Governor’s race should draw gay voters to polls

Posted on 14 Sep 2006 at 6:34pm
By David Webb Staff Writer

Candidates mum about stances on LGBT issues for now; deadline for voter registration is Oct. 10

The cooler weather that arrived after Labor Day was accompanied by a hot blast of political campaign advertising.

Republican incumbent Gov. Rick Perry and independent Carole Keeton Strayhorn unleashed $1 million-a-week TV advertising blitzes, while Democrat Chris Bell and independent Kinky Friedman were forced to kick off more frugal campaigns. Newspapers across the state became ripe with stories about the candidates to be considered for governor on Nov. 6.

Local Democrats, counting on a backlash from the Iraq war and changing demographics in Texas, are hoping to make inroads. Republicans, locally and nationally, are hoping to hold on to their advantage.

For the politicos those ardent volunteers for the two major political parties and the independent candidates the hubbub couldn’t start soon enough. They’ve been twitching all summer because they already know how they’re voting and they want to get on with it.

But for some of us, it’s a time to assess the candidates and decide where a vote would best be cast. And there may be more of that going on in the governor’s race this year because of all of the high-profile candidates.

Some political activists are wondering even counting on how the presence of two well-known independent candidates who have strong bases could affect the outcome of the election.

They believe it could cause a crack in Perry’s powerful conservative base.

Almost anything can happen in an election, and in case anyone thinks that no gay or lesbian person in their right mind would vote for Perry don’t be so sure.

The governor organized pastors across the state last year to encourage voter turnout for Proposition 2. The measure passed, adding a state constitutional amendment banning gay marriage.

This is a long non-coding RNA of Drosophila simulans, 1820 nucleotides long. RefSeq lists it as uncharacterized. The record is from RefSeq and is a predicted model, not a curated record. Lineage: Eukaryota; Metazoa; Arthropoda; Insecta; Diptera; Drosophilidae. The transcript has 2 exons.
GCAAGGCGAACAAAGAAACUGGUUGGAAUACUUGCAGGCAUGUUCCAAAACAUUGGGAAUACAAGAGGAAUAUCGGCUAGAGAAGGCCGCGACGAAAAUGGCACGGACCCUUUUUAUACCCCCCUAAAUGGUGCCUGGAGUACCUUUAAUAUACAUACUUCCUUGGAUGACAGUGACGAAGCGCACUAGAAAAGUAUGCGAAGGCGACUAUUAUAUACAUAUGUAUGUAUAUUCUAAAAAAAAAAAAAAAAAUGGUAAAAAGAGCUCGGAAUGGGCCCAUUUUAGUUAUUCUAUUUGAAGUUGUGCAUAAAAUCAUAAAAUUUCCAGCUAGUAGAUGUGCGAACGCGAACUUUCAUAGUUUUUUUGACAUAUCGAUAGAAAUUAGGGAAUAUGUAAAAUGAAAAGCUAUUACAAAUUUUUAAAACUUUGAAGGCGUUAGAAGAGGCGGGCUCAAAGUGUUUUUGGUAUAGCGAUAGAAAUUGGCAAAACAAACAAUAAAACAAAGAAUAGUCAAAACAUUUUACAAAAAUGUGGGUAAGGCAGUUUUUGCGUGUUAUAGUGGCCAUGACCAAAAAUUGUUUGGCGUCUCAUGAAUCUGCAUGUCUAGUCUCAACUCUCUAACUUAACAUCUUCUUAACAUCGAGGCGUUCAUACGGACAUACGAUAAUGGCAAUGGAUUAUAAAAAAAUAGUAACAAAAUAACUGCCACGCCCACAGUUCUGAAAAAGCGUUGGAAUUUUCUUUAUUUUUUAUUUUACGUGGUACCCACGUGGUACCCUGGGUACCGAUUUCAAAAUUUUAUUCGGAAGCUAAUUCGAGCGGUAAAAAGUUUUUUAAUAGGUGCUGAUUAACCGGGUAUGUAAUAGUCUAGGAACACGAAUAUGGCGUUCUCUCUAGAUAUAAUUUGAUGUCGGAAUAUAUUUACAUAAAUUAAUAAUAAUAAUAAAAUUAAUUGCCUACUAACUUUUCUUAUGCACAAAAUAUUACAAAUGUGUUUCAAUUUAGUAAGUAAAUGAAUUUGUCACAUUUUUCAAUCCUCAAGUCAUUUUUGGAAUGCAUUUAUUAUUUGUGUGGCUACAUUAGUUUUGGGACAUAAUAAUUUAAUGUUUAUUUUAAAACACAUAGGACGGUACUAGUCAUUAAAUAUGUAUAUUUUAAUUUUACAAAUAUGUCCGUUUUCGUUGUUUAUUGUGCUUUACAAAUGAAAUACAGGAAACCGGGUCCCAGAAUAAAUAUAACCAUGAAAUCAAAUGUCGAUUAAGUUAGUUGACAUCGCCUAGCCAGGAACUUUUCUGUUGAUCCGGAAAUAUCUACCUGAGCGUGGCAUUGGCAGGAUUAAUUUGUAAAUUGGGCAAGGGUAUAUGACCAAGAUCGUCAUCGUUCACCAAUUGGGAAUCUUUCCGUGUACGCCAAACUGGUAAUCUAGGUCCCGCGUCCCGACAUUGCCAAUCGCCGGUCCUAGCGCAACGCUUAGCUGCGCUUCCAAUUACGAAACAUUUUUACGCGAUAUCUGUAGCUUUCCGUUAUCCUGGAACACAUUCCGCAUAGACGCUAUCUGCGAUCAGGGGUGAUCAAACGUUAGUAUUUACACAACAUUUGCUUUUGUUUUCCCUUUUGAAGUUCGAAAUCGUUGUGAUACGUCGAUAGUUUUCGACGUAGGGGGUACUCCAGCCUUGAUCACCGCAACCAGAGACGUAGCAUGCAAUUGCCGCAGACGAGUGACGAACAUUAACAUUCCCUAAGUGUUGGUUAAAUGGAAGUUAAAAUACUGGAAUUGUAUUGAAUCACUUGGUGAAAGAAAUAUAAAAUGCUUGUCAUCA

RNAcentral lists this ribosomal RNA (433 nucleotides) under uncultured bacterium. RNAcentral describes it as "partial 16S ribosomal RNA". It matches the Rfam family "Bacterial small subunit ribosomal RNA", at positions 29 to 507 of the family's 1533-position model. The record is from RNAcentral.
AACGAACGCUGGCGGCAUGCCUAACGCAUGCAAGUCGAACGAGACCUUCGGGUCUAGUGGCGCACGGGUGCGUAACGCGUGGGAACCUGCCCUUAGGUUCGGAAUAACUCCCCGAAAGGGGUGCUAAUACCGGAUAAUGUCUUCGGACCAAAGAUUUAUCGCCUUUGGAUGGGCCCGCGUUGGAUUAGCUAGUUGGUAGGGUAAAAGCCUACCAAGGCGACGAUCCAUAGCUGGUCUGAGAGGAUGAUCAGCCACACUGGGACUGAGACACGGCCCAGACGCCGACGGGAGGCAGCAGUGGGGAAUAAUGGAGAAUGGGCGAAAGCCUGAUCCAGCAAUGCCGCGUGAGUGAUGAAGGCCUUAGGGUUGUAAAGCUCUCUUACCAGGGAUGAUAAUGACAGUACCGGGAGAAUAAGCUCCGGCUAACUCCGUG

And Perry said if gay veterans returning from Iraq wanted to get married to same-sex partnersthey should find a more liberal state to make their homes. Prior to the gay marriage issue, he opposed new state hate crime legislation that added sexual orientation as a protected class.

Carla Halbrook, a straight woman who is a national board member for the gay political group Log Cabin Republicans, said she believes most of the organization’s members in Texas would vote for Perry, despite his record.

“He’s not our favorite Republican, and he’s said some things we don’t like, but we have more in common with him on other Republican issues,” Halbrook said.

Halbrook noted that Perry appears to be staying away from gay issues now, as all of the other candidates are.

“Apparently gays don’t figure in this election at all,” Halbrook said.

“I haven’t found anybody making a comment or anything on any Web sites about any gay issue.”

Earlier in their campaigns Bell and Friedman made supportive statements about gay issues. Strayhorn appears not to have been outspoken on gay issues, although she has some gay and lesbian support.

Shannon Bailey, president of Texas Stonewall Democrats, said that gay issues appear not to be on the radar now, but he believes that will change in the coming weeks.

“It will come out,” Bailey said. “The Republicans will use us again as a pawn, I think, to generate their turnout.”

Paul Scott, executive director of Equality Texas, said the governor’s race is a critical one to the state’s LGBT community because the governor is the “face of Texas.”

“We would advocate for anyone who is going to be pro-equality,” Scott said. “We need to have that in that position so the LGBT community can be protected. We are nonpartisan, but we are always for candidates who understand what our issues are and will advocate on our behalf and realize that we are contributing members of society.”

Most gay leaders now believe the gay rights struggle will succeed by gaining the support of political allies, rather than through protests. It seems like a good time for people who have not voted in the past to register and start.

But remember, if you aren’t registered to vote, you won’t have the opportunity to take part on Election Day. The last day to register to vote is Oct. 10.

The passing of former Gov. Ann Richards, who was recognized this week by gay leaders as a politician who had done more for LGBT society than any governor before or since her, reminds us of just how important it is to exercise our right to vote.

E-mail webb@dallasvoice.com

This article appeared in the Dallas Voice print edition, September 15, 2006.

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